Not only did this watch with the octagonal bezel keep AP afloat during the “quartz crisis”, it actually helped the company to grow at a time when thousands of other Swiss watch companies were going under. Ironically, research shows that one of the few markets that the Royal Oak could arguably have “flopped” was the Italian market, the market that had kickstarted the birth of this icon; with only half of the 400 pieces ordered being delivered.
Looking more at the original watch itself, Genta went onto describe it as the masterpiece of his career; a statement made even more profound by considering that he later went onto design the Patek Philippe Nautilus in 1976.
The octagonal shaped bezel, secured by eight visible hexagonal gold screws, and visible water resistance gasket were said to be inspired by the traditional diver’s helmet. The watch was a slender 7mm which was actually pretty large for the time and had a case diameter of 39mm. The watch was then completed with an integrated stainless-steel bracelet which is as famous as the octagonal bezel itself.
Interestingly, the original prototypes for the Royal Oak were made from white gold as precision machining of high-grade stainless steel was an extremely difficult and expensive process at the time. The movement chosen for the watch was the majestic self-winding Calibre 2121, which you can still find in today’s Royal Oak Jumbo ref. 15202. This Calibre was based upon the AP Calibre 2120 with the addition of a date complication. A fact worth mentioning is that the Calibre 2120 was the result of a joint venture in 1967 between Jaeger-LeCoultre, AP, Patek Philippe and Vacheron Constantin, to create an ultra-thin automatic movement.
And the name, Royal Oak; where did this come from? Considering so much of the design was inspired by nautical themes, it was fitting that the name itself was nautical related. The name originated from a series of 8 ships (remember the bezel is octagonal) in the British Royal Navy, which in turn took their name from the ancient hollowed oak tree that King Charles II of England had hidden inside to escape the Roundheads during the English Civil War.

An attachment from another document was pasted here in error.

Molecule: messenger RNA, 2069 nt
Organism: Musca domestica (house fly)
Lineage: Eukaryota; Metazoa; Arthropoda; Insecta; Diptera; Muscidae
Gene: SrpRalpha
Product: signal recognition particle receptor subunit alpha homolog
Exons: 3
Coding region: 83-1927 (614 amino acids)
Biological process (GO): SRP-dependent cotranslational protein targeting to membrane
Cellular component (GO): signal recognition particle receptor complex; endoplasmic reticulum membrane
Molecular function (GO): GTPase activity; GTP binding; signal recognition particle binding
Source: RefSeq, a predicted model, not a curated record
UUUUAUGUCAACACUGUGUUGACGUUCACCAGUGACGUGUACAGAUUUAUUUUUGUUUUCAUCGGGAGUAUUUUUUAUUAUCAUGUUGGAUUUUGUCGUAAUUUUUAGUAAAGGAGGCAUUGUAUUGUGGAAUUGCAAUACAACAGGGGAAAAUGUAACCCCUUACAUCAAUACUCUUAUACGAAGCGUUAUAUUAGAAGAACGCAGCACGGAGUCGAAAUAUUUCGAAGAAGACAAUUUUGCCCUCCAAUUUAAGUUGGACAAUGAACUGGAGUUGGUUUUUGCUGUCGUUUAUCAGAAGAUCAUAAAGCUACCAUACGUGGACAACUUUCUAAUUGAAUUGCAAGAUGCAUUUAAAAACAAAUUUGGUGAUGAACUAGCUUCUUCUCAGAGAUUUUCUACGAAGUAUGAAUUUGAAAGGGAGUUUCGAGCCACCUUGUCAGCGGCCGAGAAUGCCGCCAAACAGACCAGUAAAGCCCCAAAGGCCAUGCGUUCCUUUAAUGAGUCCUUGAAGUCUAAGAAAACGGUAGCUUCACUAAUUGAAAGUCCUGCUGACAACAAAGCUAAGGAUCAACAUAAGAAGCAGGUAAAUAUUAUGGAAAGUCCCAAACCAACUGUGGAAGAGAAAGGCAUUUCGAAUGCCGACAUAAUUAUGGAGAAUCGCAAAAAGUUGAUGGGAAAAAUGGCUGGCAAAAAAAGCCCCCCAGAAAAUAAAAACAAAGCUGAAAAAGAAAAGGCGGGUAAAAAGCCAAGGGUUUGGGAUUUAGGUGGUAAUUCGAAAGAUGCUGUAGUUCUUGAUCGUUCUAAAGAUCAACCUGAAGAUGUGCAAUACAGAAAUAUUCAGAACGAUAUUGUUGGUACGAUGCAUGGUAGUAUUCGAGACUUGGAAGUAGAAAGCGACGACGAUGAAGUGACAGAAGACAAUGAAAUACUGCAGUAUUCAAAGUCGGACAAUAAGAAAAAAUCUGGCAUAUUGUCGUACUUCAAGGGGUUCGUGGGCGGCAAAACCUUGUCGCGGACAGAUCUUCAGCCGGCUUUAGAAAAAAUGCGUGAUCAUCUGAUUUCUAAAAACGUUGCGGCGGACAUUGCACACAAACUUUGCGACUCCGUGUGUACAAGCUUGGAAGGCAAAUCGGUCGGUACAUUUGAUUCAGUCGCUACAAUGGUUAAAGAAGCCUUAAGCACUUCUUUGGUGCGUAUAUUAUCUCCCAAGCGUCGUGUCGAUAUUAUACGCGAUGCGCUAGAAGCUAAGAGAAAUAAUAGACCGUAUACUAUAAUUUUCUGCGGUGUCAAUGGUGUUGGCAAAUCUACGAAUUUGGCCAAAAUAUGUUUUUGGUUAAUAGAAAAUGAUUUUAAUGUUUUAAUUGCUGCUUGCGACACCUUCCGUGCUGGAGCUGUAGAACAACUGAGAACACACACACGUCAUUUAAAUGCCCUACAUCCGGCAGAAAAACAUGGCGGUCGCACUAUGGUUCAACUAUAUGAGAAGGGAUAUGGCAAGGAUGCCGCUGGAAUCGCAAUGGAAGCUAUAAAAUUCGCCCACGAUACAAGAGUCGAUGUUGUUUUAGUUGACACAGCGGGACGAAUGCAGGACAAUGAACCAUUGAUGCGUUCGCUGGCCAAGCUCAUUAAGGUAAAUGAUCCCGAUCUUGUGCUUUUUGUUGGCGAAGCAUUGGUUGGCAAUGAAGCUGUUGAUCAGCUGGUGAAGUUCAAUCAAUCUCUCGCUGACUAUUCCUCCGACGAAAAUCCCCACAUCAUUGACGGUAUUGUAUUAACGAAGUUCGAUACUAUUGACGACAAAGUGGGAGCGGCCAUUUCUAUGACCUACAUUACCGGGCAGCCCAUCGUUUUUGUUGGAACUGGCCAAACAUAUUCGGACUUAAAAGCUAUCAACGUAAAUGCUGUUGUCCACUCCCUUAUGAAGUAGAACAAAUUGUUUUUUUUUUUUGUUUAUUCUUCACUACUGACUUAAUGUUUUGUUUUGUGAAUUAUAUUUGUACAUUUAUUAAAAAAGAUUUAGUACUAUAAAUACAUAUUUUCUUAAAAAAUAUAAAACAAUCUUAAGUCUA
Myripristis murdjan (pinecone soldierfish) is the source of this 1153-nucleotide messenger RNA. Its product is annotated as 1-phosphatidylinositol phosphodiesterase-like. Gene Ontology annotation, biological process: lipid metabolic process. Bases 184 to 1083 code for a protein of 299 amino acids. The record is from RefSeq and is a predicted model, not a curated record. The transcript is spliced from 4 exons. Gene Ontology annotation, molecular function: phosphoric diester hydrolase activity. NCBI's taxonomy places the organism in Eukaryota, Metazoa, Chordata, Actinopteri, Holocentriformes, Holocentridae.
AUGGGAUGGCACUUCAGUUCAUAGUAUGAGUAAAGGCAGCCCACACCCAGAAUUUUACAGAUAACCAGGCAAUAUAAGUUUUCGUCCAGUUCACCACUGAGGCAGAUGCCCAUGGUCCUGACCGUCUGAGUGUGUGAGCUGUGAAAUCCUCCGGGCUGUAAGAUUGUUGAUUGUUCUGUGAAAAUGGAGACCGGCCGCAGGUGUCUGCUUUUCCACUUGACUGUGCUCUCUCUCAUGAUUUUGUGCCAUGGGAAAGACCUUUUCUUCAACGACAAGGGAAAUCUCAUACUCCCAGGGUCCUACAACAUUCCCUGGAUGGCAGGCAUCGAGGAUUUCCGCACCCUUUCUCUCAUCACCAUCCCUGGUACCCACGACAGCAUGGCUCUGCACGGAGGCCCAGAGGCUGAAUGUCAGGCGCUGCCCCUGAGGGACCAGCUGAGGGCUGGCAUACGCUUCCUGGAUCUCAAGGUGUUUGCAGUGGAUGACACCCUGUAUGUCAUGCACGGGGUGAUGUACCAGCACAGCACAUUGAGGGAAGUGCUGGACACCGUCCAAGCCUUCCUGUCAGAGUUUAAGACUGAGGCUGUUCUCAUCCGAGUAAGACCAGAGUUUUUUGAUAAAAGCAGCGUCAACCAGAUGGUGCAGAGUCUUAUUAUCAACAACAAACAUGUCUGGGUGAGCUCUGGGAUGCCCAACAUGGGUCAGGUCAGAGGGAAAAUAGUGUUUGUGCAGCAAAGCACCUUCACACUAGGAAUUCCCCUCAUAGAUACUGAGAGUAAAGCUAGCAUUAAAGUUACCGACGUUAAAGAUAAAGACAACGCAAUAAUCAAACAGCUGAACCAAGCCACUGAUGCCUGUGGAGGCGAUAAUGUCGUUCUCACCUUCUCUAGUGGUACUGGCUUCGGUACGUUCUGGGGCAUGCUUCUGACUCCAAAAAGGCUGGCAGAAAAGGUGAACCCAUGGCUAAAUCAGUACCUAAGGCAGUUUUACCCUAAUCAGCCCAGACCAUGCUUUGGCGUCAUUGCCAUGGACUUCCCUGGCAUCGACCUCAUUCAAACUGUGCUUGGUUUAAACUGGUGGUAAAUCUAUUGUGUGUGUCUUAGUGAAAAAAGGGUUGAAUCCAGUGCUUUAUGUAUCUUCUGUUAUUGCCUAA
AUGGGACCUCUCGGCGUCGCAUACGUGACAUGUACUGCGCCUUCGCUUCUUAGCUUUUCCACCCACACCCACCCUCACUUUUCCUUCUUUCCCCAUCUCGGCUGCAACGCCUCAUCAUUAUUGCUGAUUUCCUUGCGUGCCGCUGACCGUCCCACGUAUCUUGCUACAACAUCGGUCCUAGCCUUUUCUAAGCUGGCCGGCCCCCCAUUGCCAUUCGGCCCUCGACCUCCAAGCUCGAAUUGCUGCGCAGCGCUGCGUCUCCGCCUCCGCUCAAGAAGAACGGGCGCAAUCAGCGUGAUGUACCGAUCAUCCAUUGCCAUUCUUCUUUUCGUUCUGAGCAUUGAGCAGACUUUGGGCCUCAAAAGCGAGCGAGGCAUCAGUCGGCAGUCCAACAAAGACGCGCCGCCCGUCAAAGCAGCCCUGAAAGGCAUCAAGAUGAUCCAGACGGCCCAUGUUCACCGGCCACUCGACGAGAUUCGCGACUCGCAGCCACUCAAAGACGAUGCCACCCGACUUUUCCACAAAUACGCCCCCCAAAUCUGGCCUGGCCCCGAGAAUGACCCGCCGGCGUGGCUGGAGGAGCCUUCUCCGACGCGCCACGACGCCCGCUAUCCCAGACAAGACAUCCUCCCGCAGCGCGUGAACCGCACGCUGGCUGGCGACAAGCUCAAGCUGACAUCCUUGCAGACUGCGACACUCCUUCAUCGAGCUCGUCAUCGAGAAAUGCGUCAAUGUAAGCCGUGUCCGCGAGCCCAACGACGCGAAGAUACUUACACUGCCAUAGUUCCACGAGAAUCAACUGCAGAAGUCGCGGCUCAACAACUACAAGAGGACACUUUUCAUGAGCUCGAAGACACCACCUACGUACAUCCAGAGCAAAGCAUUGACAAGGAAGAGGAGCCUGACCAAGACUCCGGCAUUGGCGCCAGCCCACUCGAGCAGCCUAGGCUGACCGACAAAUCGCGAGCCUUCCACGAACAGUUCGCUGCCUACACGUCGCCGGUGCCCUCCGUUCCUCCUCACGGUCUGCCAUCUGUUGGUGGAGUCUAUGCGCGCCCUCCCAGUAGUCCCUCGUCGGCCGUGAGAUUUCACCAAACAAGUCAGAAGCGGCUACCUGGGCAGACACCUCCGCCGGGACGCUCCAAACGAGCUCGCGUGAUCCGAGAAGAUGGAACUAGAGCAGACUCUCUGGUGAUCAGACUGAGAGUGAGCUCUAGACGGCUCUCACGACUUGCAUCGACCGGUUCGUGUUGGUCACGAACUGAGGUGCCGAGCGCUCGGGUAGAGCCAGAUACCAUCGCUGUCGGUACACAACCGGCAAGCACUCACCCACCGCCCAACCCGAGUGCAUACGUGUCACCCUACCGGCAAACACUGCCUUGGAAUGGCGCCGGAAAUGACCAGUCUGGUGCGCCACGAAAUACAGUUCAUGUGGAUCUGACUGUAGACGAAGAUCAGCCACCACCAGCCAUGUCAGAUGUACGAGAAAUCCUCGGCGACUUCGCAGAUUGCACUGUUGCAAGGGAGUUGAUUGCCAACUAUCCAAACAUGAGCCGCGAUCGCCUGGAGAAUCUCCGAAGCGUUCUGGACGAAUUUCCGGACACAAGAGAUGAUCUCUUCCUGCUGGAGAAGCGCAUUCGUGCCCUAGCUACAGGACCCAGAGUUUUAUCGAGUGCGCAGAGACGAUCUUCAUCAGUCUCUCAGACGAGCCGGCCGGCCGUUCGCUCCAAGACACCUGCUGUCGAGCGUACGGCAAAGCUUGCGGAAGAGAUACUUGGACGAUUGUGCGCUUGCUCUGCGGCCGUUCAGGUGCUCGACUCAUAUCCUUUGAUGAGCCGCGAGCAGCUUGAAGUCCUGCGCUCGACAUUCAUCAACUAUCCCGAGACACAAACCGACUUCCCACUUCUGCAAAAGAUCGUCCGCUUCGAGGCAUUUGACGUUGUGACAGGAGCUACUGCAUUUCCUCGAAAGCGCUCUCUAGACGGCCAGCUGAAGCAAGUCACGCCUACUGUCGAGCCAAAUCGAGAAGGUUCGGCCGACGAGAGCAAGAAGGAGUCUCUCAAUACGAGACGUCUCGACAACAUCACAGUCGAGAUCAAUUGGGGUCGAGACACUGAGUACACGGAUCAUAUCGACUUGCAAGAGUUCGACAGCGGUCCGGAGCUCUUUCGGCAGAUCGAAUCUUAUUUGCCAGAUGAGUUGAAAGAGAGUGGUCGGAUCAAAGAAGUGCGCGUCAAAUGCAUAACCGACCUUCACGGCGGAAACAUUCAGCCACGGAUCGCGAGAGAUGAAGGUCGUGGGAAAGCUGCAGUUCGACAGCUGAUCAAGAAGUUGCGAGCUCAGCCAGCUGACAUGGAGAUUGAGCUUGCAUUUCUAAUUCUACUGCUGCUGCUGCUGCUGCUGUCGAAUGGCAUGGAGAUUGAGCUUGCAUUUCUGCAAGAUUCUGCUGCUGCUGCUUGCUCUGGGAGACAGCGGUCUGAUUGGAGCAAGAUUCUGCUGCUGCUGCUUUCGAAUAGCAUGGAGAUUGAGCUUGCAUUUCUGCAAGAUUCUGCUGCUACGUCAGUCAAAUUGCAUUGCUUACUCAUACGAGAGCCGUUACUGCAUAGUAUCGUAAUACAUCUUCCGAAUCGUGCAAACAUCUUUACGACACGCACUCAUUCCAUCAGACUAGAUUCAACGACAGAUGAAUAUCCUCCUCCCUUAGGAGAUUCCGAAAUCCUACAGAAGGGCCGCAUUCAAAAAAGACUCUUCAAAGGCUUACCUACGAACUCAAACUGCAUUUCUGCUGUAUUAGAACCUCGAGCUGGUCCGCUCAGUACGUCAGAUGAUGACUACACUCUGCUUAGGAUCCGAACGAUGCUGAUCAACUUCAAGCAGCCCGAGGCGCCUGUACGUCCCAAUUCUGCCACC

Over the following years AP has introduced many variations of the Royal Oak, including the Royal Oak Perpetual Calendar which, when introduced in 1981, was the thinnest of its kind. Impressively the craftmanship of this watch meant that the mechanical memory of this perpetual calendar took into account all calendar variations, including months and leap years, meaning that the watch needs no manual intervention until the year 2100 (long after Justin Bieber’s AP brings a new record for a watch at auction…).
A thought to finish on, of the original 2,000 A-series Royal Oaks produced in the 1970’s; most remain unaccounted for. So just in case you ever find one while rummaging through your grandad’s man draw, you will recognise it by the AP initials being placed above the 6 o’clock as opposed to at 12 o’clock on the subsequent models.
As with any great origin story, the details are often mysterious and not always agreed upon. But one thing that is surely unanimous, is that the Royal Oak’s story is deserving of those told through equally epic Hollywood blockbusters.